County School Boys Compete in Meet Today, Sun newspaper article 14 June 1913

Sun (Baltimore, Maryland), 14 June 1913, page 7

Did your ancestor work at a school as a teacher or administrator? Don’t forget that they too could be mentioned in an old newspaper article. The following news article provides a list of school personnel and what schools they were assigned to in Dallas.

Assignments Announced for Dallas Public Schools, Dallas Morning News newspaper article 5 August 1962

Dallas Morning News (Dallas, Texas), 5 August 1962, page 6

Was your ancestor a brainiac? One way kids made it into the paper was for their outstanding academic achievements.

School News and Honor Rolls from the Cobb County Schools, Marietta Journal newspaper article, 25 February 1921

Marietta Journal (Marietta, Georgia), 25 February 1921, page 7

Today we are used to hearing about school violence but it’s a mistake to believe that this is a new phenomenon. Consider this story of a 12-year-old boy who died from a school hazing incident back in 1900. While the successes of students are celebrated in the newspaper, there are also reports documenting tragedies.

Hazing Kills Young Student, Jackson Citizen Patriot newspaper article 7 November 1900

Jackson Citizen Patriot (Jackson, Michigan), 7 November 1900, page 3

Remember to include school records of all kinds when filling in details on your family tree, including articles from local newspapers. You’re likely to find information and stories about your ancestors you can’t find anywhere else, especially from their younger days.

 

 

 

Last Veteran of the War of 1812, Hiram Cronk—Died in 1905!

In the month of May we celebrate Memorial Day, a time to honor the men and women who died fighting our country’s wars—and, by extension, all veterans. During this week back in 1905 America was celebrating the remarkable story of a very special veteran—for on 13 May 1905, Hiram Silas Cronk died, the last surviving veteran of the War of 1812.

Hiram Cronk Featured in Duffy’s Whiskey Ads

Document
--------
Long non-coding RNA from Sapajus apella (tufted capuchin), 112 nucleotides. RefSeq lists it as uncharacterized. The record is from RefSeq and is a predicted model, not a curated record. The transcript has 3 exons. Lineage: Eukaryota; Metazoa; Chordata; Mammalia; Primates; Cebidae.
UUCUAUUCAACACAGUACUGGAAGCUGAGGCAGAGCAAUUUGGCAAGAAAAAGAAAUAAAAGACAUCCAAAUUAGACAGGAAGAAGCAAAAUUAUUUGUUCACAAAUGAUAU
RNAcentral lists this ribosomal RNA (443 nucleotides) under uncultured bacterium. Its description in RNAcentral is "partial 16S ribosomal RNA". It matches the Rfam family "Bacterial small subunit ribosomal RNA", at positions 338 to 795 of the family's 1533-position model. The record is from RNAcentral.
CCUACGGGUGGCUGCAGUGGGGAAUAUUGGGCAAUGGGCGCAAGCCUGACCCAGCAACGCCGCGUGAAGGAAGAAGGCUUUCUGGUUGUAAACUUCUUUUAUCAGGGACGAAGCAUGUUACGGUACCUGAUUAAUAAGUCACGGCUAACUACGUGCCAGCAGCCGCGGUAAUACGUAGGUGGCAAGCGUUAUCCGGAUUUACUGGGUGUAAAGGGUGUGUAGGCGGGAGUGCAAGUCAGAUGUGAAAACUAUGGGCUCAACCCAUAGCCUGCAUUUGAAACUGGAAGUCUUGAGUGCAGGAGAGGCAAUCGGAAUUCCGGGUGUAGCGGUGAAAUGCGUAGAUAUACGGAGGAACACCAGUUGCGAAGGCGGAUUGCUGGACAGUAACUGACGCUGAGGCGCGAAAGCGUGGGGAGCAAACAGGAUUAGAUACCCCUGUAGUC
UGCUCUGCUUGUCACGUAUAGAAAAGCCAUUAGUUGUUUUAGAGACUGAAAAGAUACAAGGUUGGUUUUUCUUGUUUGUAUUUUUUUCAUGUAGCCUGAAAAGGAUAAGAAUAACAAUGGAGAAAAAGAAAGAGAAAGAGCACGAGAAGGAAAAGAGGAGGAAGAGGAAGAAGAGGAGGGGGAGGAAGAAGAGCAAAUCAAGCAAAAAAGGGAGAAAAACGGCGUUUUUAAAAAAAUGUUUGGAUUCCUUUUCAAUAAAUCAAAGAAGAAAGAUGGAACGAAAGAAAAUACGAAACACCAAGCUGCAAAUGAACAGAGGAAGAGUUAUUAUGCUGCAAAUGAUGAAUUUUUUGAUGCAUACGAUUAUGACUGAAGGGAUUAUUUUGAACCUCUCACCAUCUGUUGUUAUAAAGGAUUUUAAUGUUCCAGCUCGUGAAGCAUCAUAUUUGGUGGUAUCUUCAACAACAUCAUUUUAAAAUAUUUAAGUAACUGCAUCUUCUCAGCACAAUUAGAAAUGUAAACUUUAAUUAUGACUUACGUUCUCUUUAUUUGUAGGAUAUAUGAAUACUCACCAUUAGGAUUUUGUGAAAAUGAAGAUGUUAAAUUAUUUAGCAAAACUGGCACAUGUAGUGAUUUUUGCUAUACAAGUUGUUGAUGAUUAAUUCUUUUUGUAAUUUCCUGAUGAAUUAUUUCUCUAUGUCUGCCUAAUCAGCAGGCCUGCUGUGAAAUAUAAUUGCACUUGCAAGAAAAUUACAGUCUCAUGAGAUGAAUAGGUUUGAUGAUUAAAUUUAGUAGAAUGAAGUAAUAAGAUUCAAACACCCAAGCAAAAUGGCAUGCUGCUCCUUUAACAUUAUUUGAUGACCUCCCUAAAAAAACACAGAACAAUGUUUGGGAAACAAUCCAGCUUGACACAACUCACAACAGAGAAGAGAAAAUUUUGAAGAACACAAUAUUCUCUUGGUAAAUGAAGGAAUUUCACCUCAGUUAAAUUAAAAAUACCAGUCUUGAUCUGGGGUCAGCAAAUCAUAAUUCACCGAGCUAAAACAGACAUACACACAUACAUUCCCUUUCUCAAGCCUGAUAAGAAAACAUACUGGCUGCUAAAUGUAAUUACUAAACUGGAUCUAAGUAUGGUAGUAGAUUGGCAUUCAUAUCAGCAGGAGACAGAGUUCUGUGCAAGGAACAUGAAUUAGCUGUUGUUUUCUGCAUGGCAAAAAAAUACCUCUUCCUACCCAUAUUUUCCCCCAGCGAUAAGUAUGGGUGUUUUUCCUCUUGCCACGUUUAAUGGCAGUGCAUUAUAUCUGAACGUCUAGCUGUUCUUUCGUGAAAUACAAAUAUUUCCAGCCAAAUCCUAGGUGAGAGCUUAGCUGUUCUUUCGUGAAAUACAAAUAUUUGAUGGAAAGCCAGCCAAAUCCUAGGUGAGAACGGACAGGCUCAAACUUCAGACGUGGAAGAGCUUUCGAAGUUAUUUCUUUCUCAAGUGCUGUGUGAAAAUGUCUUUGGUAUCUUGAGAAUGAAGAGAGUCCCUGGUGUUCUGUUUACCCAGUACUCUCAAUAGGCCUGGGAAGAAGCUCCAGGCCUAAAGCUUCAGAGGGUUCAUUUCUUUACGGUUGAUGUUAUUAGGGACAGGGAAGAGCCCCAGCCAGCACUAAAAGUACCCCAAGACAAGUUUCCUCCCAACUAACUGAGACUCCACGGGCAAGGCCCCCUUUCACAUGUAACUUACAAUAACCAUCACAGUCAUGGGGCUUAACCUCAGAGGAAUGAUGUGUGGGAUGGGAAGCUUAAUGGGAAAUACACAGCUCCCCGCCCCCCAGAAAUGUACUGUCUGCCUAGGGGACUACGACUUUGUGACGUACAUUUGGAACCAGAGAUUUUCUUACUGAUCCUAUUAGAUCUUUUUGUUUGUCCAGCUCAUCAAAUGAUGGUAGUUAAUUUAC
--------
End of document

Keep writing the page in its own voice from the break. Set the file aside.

On the day the old American solider turned 105, two weeks before his death, a whiskey company used Cronk’s longevity to help market its product. This newspaper advertisement was published by the Evening Press (Grand Rapids, Michigan), 29 April 1905, page 2:

newspaper ad for Duffy's whiskey featuring Hiram Cronk, Evening Press newspaper 29 April 1905

Evening Press (Grand Rapids, Michigan), 29 April 1905, page 2

The Death & Funeral of Hiram Cronk

The now famous Hiram Cronk died as he had lived, quietly on his farm in New York, but his death and funeral were reported in newspapers all across the United States. The city of New York lavished a state funeral on the venerable veteran, with full military honors. Tens of thousands paid their respects by filing past Hiram Cronk’s body lying in its coffin in the rotunda of New York City Hall.

Cronk’s death was seen as the passing of an era, for his lifetime embraced almost the entirety of the country’s history. He was born in 1800 during the administration of the nation’s second president John Adams; fought in the War of 1812; lived the entire length of the 19th century as the U.S. became a world power and one of the richest nations on earth; and died just nine years before the outbreak of World War I—with all its modern weaponry including tanks, airplanes and poison gas.

The Life & Family of Hiram Cronk

Until almost the very end of his life, Cronk received little publicity or fame for his U.S. military service in the War of 1812. After the war he earned his living as a shoemaker, then later bought some land in New York and became a farmer. In 1825 he married Mary Thornton; the couple had seven children and were married 60 years, Mary dying in 1885. He had 14 grandchildren and 8 great-grandchildren at the time of his death. One of his descendants, Jane, lived to over 100 years of age as well, making the two “serial centenarians.”